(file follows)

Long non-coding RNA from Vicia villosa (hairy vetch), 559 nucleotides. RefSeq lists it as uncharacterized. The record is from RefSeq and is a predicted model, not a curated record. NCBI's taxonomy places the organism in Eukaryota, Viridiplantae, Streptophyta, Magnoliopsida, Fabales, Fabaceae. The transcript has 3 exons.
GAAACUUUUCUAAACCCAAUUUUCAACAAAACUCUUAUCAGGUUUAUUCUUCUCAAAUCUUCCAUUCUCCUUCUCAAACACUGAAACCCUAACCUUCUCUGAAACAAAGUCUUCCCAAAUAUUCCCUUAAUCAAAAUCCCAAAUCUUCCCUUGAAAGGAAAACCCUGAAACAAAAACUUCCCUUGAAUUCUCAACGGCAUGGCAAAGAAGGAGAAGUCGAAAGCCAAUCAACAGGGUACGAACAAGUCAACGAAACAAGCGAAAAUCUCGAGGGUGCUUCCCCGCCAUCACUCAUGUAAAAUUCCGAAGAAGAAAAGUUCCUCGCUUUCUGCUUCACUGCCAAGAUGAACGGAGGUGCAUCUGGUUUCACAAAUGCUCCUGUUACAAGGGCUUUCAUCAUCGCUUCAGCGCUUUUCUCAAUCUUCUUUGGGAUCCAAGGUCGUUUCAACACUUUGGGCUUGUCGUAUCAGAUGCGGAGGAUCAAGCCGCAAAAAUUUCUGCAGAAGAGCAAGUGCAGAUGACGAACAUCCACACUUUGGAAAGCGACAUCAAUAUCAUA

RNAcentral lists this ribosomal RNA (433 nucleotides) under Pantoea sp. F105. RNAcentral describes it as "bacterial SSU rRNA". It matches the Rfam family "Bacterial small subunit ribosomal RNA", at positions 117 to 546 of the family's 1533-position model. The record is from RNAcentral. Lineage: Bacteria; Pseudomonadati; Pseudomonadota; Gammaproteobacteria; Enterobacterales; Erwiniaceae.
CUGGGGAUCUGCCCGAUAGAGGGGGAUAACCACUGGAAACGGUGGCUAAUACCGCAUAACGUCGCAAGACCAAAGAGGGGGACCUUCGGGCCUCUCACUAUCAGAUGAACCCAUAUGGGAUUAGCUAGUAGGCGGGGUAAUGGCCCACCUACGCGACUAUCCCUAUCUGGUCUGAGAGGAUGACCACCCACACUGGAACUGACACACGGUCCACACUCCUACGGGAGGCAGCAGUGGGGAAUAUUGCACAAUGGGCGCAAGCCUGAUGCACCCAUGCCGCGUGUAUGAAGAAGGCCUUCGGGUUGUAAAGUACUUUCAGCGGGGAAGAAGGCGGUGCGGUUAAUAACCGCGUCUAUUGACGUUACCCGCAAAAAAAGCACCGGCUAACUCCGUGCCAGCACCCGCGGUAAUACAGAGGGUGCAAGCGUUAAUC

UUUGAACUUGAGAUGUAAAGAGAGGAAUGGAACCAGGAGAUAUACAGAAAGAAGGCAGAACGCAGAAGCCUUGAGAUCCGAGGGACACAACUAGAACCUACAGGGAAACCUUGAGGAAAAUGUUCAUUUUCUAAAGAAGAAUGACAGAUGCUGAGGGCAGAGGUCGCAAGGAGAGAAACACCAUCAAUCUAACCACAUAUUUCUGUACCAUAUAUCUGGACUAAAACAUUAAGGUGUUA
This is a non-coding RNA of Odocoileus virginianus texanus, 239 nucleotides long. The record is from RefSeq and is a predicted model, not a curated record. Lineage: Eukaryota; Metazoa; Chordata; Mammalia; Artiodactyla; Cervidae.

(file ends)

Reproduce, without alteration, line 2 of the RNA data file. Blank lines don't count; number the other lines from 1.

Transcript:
GAAACUUUUCUAAACCCAAUUUUCAACAAAACUCUUAUCAGGUUUAUUCUUCUCAAAUCUUCCAUUCUCCUUCUCAAACACUGAAACCCUAACCUUCUCUGAAACAAAGUCUUCCCAAAUAUUCCCUUAAUCAAAAUCCCAAAUCUUCCCUUGAAAGGAAAACCCUGAAACAAAAACUUCCCUUGAAUUCUCAACGGCAUGGCAAAGAAGGAGAAGUCGAAAGCCAAUCAACAGGGUACGAACAAGUCAACGAAACAAGCGAAAAUCUCGAGGGUGCUUCCCCGCCAUCACUCAUGUAAAAUUCCGAAGAAGAAAAGUUCCUCGCUUUCUGCUUCACUGCCAAGAUGAACGGAGGUGCAUCUGGUUUCACAAAUGCUCCUGUUACAAGGGCUUUCAUCAUCGCUUCAGCGCUUUUCUCAAUCUUCUUUGGGAUCCAAGGUCGUUUCAACACUUUGGGCUUGUCGUAUCAGAUGCGGAGGAUCAAGCCGCAAAAAUUUCUGCAGAAGAGCAAGUGCAGAUGACGAACAUCCACACUUUGGAAAGCGACAUCAAUAUCAUA